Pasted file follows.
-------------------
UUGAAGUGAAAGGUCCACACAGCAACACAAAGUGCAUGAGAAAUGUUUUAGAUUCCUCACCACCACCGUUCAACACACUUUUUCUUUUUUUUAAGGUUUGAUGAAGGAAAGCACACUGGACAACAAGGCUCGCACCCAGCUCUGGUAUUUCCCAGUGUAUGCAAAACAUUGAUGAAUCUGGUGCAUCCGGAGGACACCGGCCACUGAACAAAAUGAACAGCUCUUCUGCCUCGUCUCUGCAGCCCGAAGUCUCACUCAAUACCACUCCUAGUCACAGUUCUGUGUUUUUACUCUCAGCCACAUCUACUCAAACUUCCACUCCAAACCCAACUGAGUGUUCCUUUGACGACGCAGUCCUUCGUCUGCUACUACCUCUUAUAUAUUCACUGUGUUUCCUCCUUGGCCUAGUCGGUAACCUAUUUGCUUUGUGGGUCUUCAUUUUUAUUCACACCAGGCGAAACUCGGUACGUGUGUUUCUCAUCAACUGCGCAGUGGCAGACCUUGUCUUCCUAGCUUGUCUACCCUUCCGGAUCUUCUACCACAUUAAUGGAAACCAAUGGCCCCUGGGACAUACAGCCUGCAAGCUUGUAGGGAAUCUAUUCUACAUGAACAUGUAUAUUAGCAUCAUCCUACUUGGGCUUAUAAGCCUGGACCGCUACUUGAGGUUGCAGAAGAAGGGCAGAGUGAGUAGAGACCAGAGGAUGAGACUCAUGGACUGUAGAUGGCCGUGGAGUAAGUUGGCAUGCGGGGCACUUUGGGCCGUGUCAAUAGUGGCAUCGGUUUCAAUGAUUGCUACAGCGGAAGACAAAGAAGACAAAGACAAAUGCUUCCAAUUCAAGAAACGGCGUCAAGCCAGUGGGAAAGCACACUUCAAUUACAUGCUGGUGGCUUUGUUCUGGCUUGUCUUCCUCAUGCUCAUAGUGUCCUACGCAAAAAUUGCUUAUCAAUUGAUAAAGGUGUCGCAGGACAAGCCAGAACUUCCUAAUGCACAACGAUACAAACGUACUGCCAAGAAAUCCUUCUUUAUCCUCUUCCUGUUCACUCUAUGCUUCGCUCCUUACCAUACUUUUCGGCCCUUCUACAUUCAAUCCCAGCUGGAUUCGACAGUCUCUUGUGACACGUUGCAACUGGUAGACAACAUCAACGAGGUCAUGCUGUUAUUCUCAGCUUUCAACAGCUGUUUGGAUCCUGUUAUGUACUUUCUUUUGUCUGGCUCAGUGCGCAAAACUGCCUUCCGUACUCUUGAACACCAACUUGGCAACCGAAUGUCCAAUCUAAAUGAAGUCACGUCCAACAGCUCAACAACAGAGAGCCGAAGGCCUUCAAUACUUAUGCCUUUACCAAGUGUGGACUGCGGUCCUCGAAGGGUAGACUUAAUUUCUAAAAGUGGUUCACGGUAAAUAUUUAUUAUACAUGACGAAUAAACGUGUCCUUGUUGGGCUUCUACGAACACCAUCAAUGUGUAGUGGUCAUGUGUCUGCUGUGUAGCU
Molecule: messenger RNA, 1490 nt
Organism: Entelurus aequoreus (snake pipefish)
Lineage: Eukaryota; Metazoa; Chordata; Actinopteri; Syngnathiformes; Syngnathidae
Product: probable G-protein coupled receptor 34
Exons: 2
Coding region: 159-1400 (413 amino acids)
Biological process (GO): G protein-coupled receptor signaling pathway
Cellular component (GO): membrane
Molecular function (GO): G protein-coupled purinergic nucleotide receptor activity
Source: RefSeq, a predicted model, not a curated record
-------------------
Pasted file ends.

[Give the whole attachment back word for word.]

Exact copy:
UUGAAGUGAAAGGUCCACACAGCAACACAAAGUGCAUGAGAAAUGUUUUAGAUUCCUCACCACCACCGUUCAACACACUUUUUCUUUUUUUUAAGGUUUGAUGAAGGAAAGCACACUGGACAACAAGGCUCGCACCCAGCUCUGGUAUUUCCCAGUGUAUGCAAAACAUUGAUGAAUCUGGUGCAUCCGGAGGACACCGGCCACUGAACAAAAUGAACAGCUCUUCUGCCUCGUCUCUGCAGCCCGAAGUCUCACUCAAUACCACUCCUAGUCACAGUUCUGUGUUUUUACUCUCAGCCACAUCUACUCAAACUUCCACUCCAAACCCAACUGAGUGUUCCUUUGACGACGCAGUCCUUCGUCUGCUACUACCUCUUAUAUAUUCACUGUGUUUCCUCCUUGGCCUAGUCGGUAACCUAUUUGCUUUGUGGGUCUUCAUUUUUAUUCACACCAGGCGAAACUCGGUACGUGUGUUUCUCAUCAACUGCGCAGUGGCAGACCUUGUCUUCCUAGCUUGUCUACCCUUCCGGAUCUUCUACCACAUUAAUGGAAACCAAUGGCCCCUGGGACAUACAGCCUGCAAGCUUGUAGGGAAUCUAUUCUACAUGAACAUGUAUAUUAGCAUCAUCCUACUUGGGCUUAUAAGCCUGGACCGCUACUUGAGGUUGCAGAAGAAGGGCAGAGUGAGUAGAGACCAGAGGAUGAGACUCAUGGACUGUAGAUGGCCGUGGAGUAAGUUGGCAUGCGGGGCACUUUGGGCCGUGUCAAUAGUGGCAUCGGUUUCAAUGAUUGCUACAGCGGAAGACAAAGAAGACAAAGACAAAUGCUUCCAAUUCAAGAAACGGCGUCAAGCCAGUGGGAAAGCACACUUCAAUUACAUGCUGGUGGCUUUGUUCUGGCUUGUCUUCCUCAUGCUCAUAGUGUCCUACGCAAAAAUUGCUUAUCAAUUGAUAAAGGUGUCGCAGGACAAGCCAGAACUUCCUAAUGCACAACGAUACAAACGUACUGCCAAGAAAUCCUUCUUUAUCCUCUUCCUGUUCACUCUAUGCUUCGCUCCUUACCAUACUUUUCGGCCCUUCUACAUUCAAUCCCAGCUGGAUUCGACAGUCUCUUGUGACACGUUGCAACUGGUAGACAACAUCAACGAGGUCAUGCUGUUAUUCUCAGCUUUCAACAGCUGUUUGGAUCCUGUUAUGUACUUUCUUUUGUCUGGCUCAGUGCGCAAAACUGCCUUCCGUACUCUUGAACACCAACUUGGCAACCGAAUGUCCAAUCUAAAUGAAGUCACGUCCAACAGCUCAACAACAGAGAGCCGAAGGCCUUCAAUACUUAUGCCUUUACCAAGUGUGGACUGCGGUCCUCGAAGGGUAGACUUAAUUUCUAAAAGUGGUUCACGGUAAAUAUUUAUUAUACAUGACGAAUAAACGUGUCCUUGUUGGGCUUCUACGAACACCAUCAAUGUGUAGUGGUCAUGUGUCUGCUGUGUAGCU
Molecule: messenger RNA, 1490 nt
Organism: Entelurus aequoreus (snake pipefish)
Lineage: Eukaryota; Metazoa; Chordata; Actinopteri; Syngnathiformes; Syngnathidae
Product: probable G-protein coupled receptor 34
Exons: 2
Coding region: 159-1400 (413 amino acids)
Biological process (GO): G protein-coupled receptor signaling pathway
Cellular component (GO): membrane
Molecular function (GO): G protein-coupled purinergic nucleotide receptor activity
Source: RefSeq, a predicted model, not a curated record